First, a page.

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The benefits of making a Spanish will, and the importance of writing it in accordance with EU Regulation 650/2012.

As stated in our headline, it is of great interest for those citizens with long-term residence and property ownership in Spain, or those planning to acquire property in the future with the intention of residing on a long-term basis in Spain, to make a Spanish will. Without doubt, we also advise non-resident property owners in Spain to make a Spanish will.



The reasons are clear and beneficial for the testators, obviously a Spanish will would only apply to any assets situated in Spain. It would avoid costly probate and translation procedures, and the recognition process of an English will by the Spanish authorities, leading to delays in the inheritance process. All of the above affecting the heirs during emotionally difficult times.

Finally, the reason we consider to be most important is that inheritance regulations established under national laws differ. While the British inheritance law allows discretionary last will and testament, in contrast the Spanish inheritance law limits who you can leave your assets to, it is obligatory that descendants (children) receive two-thirds of your assets. An option which could conflict with the legitimate wishes of the deceased.

Once we have taken the appropriate decision to make a will in order to regulate the inheritance process of our assets in Spain, we should now concentrate on the correct manner to do so.

For that reason, wills should be made in accordance with the requirements laid down by EU Regulation 650/2012, of 4th July 2012, which contains an important amendment as from its entry into force on the 17th of August 2015 (Article 84).

Although over a year has passed since its entry into force, it is extremely relevant today to warn of its impact. This is due to the fact that there are many foreign residents in Spain whom due to unawareness or incorrect advice, have not acted in accordance with the law. This includes those foreign residents that before the 17th of August 2015 made a specific will for their assets in Spain, and have erroneously interpreted not to be affected by the amendment.

In fact, initially it was widely interpreted that due to neither the United Kingdom, nor the Republic of Ireland having adopted the regulation, citizens of those nations would not be affected. This deduction, and any other that may have arisen for example from the range of speculative theories resulting from BREXIT, have no legal foundation. Given that the we are subject to the scenario of assets located in Spain, and that the Spanish State has ratified the EU regulation, there is therefore no doubt that any assets in Spain are affected by it.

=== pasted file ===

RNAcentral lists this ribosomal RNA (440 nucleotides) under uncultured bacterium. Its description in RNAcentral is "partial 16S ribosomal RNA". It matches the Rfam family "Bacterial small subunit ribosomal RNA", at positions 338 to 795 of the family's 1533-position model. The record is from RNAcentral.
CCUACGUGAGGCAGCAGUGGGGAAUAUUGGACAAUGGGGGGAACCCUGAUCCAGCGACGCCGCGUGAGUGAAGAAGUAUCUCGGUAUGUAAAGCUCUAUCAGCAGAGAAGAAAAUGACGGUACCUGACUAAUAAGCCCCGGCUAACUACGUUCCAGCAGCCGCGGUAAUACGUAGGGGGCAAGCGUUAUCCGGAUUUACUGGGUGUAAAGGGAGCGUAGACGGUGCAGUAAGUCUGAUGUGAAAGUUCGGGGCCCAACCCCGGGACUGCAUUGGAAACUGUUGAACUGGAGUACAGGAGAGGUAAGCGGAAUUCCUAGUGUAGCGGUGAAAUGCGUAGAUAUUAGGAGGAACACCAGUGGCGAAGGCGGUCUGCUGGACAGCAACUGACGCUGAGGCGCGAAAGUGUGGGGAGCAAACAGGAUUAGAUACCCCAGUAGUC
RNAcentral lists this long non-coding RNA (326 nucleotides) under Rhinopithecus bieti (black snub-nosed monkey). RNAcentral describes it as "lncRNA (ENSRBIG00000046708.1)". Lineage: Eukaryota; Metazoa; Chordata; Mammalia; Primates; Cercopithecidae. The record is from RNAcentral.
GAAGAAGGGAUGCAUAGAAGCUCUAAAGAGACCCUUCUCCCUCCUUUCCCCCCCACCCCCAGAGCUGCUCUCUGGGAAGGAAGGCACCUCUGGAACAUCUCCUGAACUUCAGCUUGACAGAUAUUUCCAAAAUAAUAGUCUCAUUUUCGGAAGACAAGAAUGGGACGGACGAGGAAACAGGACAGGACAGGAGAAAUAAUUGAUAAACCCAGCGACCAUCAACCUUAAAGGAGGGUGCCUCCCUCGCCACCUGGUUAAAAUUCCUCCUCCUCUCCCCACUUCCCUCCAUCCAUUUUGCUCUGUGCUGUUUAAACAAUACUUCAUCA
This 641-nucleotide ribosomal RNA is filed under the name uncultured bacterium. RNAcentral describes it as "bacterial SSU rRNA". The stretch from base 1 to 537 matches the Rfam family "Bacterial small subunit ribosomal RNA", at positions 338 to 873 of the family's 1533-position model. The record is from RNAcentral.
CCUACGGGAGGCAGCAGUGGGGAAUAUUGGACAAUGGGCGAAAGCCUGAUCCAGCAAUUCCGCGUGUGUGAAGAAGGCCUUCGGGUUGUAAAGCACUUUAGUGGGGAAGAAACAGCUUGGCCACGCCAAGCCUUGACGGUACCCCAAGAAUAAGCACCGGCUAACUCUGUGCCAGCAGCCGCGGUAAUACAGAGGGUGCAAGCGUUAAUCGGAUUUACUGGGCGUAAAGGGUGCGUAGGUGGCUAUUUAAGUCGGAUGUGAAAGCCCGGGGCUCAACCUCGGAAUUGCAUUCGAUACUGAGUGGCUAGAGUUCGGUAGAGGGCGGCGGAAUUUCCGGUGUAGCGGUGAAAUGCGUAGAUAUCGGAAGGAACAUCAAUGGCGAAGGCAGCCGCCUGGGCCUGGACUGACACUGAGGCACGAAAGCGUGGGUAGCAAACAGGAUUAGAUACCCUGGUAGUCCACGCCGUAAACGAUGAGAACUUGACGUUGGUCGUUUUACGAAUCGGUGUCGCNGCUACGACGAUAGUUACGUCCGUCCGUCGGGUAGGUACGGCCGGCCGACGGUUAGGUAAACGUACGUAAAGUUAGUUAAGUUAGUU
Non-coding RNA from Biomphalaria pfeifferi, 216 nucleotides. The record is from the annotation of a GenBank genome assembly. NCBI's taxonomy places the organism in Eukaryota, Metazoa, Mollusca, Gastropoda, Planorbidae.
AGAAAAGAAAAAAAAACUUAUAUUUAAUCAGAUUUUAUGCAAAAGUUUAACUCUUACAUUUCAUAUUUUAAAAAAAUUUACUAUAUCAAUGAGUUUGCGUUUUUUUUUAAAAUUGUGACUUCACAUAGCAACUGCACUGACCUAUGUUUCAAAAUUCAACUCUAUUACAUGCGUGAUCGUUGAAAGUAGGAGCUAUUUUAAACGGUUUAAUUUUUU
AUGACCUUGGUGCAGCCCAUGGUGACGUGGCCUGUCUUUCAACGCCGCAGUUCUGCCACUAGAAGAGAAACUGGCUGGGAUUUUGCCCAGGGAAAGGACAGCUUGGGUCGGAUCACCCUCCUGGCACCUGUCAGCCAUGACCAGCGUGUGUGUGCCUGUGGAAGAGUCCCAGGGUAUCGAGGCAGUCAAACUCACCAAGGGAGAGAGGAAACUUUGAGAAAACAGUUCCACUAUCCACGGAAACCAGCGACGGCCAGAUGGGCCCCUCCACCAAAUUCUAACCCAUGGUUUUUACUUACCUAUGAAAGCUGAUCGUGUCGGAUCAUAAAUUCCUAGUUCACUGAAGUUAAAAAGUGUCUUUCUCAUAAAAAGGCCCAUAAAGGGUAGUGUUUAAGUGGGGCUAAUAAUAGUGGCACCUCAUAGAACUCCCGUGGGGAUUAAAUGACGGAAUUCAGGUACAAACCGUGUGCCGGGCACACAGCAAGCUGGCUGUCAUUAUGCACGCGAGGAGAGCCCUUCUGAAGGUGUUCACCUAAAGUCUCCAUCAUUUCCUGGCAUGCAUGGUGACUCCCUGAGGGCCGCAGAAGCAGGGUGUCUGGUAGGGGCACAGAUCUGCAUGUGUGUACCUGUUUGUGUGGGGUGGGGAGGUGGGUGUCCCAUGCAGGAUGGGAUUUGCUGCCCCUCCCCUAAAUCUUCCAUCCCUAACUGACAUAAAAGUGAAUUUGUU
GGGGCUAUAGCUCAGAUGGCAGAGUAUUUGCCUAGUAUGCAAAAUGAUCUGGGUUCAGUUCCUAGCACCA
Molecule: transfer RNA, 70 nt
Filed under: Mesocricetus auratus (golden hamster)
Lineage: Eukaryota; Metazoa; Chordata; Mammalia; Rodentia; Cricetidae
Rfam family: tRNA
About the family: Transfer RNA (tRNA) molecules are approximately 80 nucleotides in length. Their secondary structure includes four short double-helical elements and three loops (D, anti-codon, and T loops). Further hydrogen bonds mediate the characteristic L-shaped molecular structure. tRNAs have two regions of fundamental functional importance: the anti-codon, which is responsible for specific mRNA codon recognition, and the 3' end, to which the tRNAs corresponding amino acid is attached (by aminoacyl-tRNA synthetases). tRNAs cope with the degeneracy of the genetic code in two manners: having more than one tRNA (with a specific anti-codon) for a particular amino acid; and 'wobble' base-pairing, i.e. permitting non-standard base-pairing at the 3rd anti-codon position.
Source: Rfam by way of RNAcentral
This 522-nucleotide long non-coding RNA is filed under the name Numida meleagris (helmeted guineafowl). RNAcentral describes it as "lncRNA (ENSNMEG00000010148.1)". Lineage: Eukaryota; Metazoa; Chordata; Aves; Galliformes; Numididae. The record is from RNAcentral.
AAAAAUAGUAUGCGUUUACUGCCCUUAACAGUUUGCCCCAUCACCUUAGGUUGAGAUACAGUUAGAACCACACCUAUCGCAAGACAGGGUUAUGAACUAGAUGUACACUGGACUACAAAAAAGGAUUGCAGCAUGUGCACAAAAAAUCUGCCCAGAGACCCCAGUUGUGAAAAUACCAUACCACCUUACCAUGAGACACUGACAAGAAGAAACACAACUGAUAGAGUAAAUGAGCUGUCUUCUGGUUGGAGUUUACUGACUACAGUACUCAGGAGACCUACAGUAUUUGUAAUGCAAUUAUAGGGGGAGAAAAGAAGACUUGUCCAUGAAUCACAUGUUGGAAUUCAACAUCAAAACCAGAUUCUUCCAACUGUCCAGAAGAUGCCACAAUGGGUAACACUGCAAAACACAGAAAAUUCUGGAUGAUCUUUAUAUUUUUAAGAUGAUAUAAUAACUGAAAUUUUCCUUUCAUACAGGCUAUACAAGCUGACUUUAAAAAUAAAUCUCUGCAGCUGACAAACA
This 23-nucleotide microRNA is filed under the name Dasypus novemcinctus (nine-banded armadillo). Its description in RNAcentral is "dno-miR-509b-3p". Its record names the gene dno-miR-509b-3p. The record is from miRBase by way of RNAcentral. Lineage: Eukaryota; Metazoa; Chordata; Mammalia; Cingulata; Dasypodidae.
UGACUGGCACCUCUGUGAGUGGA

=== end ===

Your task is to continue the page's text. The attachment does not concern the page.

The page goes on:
Previous to the 17th of August 2015, the Spanish Legislation (Civil Code Art. 9.8) applied the national inheritance law corresponding to the country of citizenship of the foreign resident in Spain. As from the entry into force of the EU Regulation 650/2012, wills made by foreign residents in Spain will be bound by default to Spanish legislation and not to that of their country of origin.

So, what happens to wills made previous to the amendment (of 17th August 2015)? Can we supplement them or include an addendum that clarifies the interpretation?

The only valid solution is to make a new will, expressly stating, as laid down by Art. 650/12, that the testator wishes for the inheritance of his or her assets to be governed by the country of citizenship. This new version will automatically replace any previous version at the National Will Register, providing total security and legal guarantee for the testator and his or her heirs.

Finally, we would like to advise that the options commented in this post and more concretely the decision making capability provided for under Regulation 650/12, only applies to inheritance law (governed by this process). It does not affect under any circumstances any fiscal aspects. This is due to the fact that we are dealing with assets located in Spanish territory, which makes them subject to Spanish taxation legislation. Therefore, the inheritance tax payable will be in accordance with Spanish legislation. In our coming articles we will analyse the topic of management and settlement of inheritance tax, and more specifically the local legislation applicable to the Costa Blanca (Region of Valencia).

As always, we advise you to consult a local expert lawyer before drawing up a will (whether new or a modification of one made previously) in order to protect your interests and above-all the interests of the heirs that you choose.

Please note the information provided in this article is of general interest only and is not to be construed or intended as substitute for professional legal advice.


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